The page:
The Pentagon is delaying a decision on allowing transgender people to enlist in the military for six months, according to a memo obtained by CNN.
“We will use this additional time to evaluate more carefully the impact of such accessions on readiness and lethality,” Defense Secretary Jim Mattis wrote in the memo.
Mattis said “this action in no way presupposes the outcome of the review.”
In 2016, then-Defense Secretary Ash Carter ended the ban on transgender people being able to serve openly in the military, but he said the process would occur in stages.
Mattis was facing a July 1 deadline for deciding on transgender recruits.
Last week, leaders from the Army, Navy, Air Force and Marine Corps submitted a request to delay the July 1 deadline to decide whether incoming service members already identifying as transgender could enlist if they have been “stable” in their gender identity for 18 months.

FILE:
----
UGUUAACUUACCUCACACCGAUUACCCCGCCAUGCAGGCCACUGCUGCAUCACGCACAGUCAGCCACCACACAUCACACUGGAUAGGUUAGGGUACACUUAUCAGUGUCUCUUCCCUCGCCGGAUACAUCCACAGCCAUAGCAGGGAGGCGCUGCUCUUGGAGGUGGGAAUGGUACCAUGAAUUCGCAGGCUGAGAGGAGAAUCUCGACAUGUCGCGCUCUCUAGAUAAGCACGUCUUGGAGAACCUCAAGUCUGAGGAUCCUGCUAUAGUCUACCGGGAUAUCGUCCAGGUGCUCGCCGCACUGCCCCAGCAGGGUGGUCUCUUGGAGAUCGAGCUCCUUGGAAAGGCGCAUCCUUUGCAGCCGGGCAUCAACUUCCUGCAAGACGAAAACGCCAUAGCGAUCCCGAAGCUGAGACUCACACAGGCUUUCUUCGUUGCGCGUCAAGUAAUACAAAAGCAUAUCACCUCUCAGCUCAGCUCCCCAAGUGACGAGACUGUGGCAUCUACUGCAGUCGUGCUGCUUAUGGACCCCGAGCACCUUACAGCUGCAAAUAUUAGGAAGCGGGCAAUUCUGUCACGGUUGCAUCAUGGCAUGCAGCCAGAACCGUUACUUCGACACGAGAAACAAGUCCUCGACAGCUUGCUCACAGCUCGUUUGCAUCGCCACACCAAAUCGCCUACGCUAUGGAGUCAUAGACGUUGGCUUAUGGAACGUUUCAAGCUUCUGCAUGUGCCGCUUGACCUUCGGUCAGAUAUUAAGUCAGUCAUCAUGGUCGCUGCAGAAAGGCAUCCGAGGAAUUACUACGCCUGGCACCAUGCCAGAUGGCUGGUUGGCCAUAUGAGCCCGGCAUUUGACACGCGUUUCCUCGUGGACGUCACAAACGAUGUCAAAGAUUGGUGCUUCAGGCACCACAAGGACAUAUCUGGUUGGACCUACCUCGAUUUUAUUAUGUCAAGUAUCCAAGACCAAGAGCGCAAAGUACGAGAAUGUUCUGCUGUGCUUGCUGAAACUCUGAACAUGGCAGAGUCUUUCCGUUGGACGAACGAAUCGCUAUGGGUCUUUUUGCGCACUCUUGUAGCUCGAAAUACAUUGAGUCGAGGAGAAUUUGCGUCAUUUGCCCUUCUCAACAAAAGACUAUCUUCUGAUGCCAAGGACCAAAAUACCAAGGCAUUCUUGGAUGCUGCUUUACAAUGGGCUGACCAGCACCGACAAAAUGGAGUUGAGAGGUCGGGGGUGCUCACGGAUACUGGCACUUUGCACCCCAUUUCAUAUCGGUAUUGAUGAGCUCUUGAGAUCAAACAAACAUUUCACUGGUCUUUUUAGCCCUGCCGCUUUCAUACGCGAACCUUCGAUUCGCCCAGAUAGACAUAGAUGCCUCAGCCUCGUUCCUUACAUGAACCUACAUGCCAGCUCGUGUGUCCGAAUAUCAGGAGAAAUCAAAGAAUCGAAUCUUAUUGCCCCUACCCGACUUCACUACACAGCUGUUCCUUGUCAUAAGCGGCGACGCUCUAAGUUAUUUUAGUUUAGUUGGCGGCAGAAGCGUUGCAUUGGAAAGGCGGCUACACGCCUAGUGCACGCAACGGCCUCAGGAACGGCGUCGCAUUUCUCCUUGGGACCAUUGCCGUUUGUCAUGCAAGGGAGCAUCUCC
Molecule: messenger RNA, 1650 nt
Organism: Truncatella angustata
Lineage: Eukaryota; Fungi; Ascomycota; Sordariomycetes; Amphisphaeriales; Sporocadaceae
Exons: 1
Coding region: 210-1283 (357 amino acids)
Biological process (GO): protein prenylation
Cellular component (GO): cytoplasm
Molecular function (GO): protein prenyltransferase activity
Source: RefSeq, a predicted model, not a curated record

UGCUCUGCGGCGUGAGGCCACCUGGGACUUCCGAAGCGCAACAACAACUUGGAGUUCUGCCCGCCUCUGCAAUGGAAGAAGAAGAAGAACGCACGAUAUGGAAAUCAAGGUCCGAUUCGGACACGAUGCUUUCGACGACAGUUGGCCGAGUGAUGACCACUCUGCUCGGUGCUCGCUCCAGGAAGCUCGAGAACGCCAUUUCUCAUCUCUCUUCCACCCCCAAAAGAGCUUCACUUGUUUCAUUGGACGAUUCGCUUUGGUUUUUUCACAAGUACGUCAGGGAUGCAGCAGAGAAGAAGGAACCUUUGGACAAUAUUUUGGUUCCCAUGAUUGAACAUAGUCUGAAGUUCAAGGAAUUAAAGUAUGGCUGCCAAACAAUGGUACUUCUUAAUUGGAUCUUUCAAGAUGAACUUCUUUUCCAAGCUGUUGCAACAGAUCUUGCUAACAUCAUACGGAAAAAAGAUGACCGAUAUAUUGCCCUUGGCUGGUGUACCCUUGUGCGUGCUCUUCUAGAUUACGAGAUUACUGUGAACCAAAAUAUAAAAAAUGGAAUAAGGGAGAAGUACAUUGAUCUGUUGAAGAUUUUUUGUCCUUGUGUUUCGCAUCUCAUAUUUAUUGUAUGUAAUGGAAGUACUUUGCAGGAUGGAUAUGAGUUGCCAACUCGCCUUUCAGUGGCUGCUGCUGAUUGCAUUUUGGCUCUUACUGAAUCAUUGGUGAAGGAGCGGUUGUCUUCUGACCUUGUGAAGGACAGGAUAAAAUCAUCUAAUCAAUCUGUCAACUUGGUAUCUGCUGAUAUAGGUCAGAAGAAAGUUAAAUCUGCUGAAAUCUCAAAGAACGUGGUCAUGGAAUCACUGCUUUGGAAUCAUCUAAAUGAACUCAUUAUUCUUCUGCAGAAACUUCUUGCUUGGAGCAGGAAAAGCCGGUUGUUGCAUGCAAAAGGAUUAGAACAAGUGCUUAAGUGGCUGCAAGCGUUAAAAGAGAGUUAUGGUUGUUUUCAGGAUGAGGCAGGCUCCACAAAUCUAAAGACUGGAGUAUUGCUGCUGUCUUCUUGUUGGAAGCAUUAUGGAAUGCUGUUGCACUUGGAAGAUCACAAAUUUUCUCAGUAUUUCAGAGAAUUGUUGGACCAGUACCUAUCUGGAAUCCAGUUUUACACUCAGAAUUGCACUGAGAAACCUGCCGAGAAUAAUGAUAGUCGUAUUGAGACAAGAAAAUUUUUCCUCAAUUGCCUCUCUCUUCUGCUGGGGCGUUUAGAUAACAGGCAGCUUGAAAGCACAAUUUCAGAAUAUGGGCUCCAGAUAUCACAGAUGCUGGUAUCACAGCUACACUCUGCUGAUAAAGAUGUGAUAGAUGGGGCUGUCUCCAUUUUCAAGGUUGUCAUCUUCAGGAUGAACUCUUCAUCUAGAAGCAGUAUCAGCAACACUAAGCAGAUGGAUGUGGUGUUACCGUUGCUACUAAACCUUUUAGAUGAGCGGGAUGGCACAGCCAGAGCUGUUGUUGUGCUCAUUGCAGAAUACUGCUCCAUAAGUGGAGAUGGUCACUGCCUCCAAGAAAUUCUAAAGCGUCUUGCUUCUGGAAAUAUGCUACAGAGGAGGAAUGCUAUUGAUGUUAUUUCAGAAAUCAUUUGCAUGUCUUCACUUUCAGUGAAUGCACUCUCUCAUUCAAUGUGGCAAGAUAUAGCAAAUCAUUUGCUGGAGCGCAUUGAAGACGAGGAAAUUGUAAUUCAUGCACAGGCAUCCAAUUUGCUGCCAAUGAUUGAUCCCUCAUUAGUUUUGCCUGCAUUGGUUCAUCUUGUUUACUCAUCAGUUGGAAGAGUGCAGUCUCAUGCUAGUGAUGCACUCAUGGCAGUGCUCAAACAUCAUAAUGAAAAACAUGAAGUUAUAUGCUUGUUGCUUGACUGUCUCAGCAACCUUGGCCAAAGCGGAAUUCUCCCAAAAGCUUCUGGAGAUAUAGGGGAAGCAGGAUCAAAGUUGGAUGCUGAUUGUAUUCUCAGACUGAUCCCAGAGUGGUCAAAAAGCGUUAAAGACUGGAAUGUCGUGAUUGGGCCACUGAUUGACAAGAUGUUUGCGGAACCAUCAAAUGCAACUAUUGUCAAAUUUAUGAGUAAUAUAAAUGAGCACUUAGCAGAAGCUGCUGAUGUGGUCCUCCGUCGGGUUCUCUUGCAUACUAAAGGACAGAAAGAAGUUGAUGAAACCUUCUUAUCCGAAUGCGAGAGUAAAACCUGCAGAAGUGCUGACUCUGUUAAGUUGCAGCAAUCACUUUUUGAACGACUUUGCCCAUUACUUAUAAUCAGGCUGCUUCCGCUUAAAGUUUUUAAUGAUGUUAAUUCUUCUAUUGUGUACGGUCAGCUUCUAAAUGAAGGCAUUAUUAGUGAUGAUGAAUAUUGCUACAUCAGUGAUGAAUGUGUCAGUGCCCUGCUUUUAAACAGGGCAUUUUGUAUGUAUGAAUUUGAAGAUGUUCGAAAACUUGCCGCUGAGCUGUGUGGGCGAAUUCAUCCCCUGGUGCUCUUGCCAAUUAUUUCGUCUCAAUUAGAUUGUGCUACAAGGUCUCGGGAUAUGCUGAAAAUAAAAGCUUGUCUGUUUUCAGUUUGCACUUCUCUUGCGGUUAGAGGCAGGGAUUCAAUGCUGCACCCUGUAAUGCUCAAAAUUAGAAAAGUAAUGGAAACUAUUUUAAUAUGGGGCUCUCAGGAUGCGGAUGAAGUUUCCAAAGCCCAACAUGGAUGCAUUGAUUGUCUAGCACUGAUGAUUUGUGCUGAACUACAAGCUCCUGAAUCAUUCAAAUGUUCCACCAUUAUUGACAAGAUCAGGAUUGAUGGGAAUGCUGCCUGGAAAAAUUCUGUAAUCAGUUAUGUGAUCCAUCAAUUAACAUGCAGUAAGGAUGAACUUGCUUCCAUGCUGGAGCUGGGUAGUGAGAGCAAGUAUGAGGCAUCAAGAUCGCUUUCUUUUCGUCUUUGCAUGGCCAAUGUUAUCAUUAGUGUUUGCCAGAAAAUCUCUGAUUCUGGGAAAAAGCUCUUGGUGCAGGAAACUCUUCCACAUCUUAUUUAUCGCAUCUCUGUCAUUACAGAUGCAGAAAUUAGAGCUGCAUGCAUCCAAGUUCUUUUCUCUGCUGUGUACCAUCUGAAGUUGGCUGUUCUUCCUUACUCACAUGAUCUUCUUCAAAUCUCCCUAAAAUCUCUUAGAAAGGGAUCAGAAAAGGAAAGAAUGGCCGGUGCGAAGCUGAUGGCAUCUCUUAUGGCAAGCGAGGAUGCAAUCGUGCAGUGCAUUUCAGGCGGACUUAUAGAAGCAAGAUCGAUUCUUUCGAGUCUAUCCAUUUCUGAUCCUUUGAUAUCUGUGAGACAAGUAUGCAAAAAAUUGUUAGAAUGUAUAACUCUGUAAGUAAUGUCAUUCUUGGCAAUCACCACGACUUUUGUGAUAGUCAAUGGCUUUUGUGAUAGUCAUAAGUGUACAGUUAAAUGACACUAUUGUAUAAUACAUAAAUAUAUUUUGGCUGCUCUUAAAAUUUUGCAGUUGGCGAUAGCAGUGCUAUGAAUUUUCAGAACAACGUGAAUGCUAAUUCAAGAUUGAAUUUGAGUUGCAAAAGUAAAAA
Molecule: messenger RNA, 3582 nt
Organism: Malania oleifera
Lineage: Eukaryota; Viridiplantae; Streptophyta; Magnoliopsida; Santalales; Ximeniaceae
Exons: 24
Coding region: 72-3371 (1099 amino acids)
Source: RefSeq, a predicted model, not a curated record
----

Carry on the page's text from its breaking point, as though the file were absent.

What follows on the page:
Many Republicans in Congress are opposed to allowing transgender people to serve. An amendment that would have prevented transgender people from doing so was debated during Wednesday’s markup of the House’s defense authorization bill. The sponsor, Rep. Vicky Hartzler, R-Missouri, said she would wait to see what the Pentagon did before moving forward with her provision.
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SOURCE: CNN, Jeremy Herb